Retrofitting a modern condensing boiler is a relatively cost-effective measure which will bring rapid financial payback and immediate energy savings. Disruption and downtime during installation is minimal as new models are designed to be smaller and lighter to make fitting quicker and easier. Manufacturers have introduced models which can be dismantled for projects where access to the boiler house is problematic; others are supplied on wheels for improved manoeuvrability. Cascade and rig systems also facilitate faster installation. At Remeha Commercial, we now offer a bespoke rig system design and manufacture service; this not only offers greater flexibility of floor planning design to match more accurately the required heat output demand, but it also improves quality control and efficiency levels as the whole system, rather than the individual boiler, is delivered pre-assembled and pre-tested on site.
Controls are the next option. Adding the appropriate controls to a boiler will allow it to operate at its maximum efficiency level, helping the system use less energy and reducing greenhouse gas emissions. We recommend that the minimum control strategy should encompass valved zone control, thermostats and timers. Further improvements and energy savings can be achieved by sequential control of boilers, two zoned temperature and time control, and weather compensation.
Perhaps the most exciting – and to my mind the optimal – solution for retrofit projects is a ‘super condensing’ heat recovery system. It’s an unavoidable fact that old heating systems require more energy to heat. Even with high efficiency condensing boilers there can be energy waste of around 20 per cent when boilers are run at high loads and high flow and return temperatures. If it takes more energy to heat an old system, it makes absolute sense to recover this otherwise wasted energy. Installing a ‘super condensing’ heat recovery system into the old system that will deliver 100 per cent efficiency at all times, irrespective of primary circuit temperatures, will do just that, using the recovered energy for the benefit of pre-heating domestic hot water or space heating.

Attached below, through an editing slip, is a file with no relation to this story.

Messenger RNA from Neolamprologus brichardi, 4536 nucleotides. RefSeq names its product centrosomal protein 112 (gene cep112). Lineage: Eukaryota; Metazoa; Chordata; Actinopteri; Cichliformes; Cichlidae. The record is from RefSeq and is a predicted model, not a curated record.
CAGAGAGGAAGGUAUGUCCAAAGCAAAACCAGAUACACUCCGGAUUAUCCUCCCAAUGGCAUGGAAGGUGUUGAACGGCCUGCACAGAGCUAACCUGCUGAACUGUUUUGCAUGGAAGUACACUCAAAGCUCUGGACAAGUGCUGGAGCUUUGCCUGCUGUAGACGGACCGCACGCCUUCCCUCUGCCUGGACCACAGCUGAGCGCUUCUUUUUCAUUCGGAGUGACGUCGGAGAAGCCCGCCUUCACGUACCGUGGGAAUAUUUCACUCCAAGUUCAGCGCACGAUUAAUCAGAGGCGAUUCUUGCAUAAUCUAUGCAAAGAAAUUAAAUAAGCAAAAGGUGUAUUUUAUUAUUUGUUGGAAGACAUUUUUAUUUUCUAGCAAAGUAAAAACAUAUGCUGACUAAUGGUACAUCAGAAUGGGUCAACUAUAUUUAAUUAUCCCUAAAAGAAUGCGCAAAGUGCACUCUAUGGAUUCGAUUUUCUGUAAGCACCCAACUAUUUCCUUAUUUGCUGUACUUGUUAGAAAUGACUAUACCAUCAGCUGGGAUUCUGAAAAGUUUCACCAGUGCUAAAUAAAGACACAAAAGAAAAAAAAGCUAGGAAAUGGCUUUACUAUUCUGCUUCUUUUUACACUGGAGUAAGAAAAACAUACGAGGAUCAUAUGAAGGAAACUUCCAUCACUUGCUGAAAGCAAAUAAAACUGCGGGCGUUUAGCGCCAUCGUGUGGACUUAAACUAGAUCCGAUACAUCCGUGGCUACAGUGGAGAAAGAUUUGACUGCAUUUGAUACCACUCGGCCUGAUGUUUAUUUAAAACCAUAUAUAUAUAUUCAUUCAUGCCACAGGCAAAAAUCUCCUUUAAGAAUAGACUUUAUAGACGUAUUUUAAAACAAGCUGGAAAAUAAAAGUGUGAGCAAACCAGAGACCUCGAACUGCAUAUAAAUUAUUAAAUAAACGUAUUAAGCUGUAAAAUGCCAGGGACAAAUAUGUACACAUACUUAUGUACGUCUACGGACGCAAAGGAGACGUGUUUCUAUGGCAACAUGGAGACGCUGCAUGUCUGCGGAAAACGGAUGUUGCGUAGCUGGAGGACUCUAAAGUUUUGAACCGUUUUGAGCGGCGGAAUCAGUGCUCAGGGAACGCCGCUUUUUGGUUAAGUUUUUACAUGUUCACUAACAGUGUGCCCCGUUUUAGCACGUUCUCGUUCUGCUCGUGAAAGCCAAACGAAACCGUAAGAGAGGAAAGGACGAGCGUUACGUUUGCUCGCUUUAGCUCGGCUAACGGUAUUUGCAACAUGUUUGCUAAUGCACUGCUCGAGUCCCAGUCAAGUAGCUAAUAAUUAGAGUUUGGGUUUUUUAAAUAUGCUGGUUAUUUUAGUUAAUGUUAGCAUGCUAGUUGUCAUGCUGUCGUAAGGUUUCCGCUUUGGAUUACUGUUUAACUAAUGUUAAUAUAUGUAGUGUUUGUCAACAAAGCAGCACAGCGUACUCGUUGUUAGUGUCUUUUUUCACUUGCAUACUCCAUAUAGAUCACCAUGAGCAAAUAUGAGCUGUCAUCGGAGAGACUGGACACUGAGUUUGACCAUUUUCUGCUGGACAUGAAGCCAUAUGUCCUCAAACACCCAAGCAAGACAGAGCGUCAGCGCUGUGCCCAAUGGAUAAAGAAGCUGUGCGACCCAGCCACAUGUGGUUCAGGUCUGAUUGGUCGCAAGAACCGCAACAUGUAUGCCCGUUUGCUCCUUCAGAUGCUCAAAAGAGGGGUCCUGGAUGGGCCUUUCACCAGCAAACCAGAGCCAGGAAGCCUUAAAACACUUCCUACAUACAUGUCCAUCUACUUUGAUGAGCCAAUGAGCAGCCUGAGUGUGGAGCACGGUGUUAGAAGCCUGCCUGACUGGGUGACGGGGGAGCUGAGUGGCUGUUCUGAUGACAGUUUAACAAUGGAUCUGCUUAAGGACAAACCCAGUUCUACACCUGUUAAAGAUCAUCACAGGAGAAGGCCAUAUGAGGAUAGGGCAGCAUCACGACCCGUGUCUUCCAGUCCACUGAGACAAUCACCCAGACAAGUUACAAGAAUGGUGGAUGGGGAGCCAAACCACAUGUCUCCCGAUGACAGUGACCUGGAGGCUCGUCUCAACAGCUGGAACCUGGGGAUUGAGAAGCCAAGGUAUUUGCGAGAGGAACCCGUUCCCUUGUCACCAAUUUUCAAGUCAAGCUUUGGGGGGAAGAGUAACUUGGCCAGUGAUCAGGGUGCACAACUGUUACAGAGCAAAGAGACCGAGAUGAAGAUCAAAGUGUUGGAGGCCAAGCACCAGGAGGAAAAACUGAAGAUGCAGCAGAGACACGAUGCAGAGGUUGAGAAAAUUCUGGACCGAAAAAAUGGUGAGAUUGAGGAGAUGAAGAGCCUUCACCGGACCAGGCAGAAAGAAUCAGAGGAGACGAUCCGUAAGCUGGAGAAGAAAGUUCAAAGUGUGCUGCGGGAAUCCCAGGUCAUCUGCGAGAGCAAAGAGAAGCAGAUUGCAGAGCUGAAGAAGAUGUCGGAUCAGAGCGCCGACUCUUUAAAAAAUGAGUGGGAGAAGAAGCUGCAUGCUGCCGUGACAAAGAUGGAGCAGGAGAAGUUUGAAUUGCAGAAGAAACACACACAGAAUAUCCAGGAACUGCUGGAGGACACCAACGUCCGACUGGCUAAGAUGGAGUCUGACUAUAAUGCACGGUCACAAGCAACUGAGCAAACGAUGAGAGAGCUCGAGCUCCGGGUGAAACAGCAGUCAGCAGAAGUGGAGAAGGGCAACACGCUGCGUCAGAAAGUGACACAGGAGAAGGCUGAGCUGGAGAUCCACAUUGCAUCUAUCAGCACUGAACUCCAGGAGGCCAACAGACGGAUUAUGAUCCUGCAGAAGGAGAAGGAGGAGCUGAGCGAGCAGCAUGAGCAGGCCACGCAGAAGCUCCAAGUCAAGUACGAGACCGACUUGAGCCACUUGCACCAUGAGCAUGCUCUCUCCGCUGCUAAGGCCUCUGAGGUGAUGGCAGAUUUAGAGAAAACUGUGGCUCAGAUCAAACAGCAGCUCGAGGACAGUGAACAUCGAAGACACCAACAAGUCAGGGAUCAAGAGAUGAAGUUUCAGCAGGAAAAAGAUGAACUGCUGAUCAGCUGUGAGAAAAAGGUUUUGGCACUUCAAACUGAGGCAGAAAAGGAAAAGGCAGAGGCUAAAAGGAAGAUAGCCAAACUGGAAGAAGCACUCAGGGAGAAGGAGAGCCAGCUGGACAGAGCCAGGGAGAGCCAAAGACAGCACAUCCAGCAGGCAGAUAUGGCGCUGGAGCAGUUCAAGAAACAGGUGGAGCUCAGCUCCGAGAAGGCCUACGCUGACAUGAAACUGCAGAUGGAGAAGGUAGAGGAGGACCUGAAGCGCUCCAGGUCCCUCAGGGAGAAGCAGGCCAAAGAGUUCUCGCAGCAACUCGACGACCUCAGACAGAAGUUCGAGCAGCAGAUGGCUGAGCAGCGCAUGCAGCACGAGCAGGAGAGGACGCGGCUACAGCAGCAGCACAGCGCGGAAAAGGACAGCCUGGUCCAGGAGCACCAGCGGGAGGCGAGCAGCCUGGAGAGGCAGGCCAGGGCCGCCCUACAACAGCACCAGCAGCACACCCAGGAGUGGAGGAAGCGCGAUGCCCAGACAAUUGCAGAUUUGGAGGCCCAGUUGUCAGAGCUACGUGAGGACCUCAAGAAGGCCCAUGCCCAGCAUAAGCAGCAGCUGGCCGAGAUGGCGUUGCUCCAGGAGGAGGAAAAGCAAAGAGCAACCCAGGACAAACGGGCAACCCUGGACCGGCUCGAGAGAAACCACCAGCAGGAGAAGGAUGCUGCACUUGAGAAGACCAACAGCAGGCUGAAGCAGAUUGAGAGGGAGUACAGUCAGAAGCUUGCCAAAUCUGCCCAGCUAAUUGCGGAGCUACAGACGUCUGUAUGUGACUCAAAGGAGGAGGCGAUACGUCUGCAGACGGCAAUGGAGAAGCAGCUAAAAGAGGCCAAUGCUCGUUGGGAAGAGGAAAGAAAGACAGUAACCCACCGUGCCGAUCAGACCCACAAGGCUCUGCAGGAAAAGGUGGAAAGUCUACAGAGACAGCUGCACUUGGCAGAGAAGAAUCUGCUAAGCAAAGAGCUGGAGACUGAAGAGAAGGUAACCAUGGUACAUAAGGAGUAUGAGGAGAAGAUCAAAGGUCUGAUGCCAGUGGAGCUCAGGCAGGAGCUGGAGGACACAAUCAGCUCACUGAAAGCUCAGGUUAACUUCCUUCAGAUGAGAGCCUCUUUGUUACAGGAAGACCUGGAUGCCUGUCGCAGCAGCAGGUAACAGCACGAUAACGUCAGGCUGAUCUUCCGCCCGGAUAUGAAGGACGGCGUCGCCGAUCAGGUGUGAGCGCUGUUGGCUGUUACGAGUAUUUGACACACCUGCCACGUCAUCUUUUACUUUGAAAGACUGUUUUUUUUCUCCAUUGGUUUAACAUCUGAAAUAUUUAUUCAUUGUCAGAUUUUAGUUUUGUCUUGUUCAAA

This ability to achieve maximum combustion efficiency of 107 per cent NCV on an old system at 82/71°C through ‘super condensing’ technology is the ultimate ‘green’ retrofit solution. At Remeha Commercial we call this higher attainable level of efficiency ‘Blue Efficiency’.
Whichever the preferred option, retrofitting energy efficient heating into our old buildings will allow us to address the overwhelming national problem of greenhouse gas emissions that old buildings pose whilst also bringing welcome energy and fuel savings on an individual business level.
Retrofitting – surely it’s not a question of ‘why’, more one of ‘when’.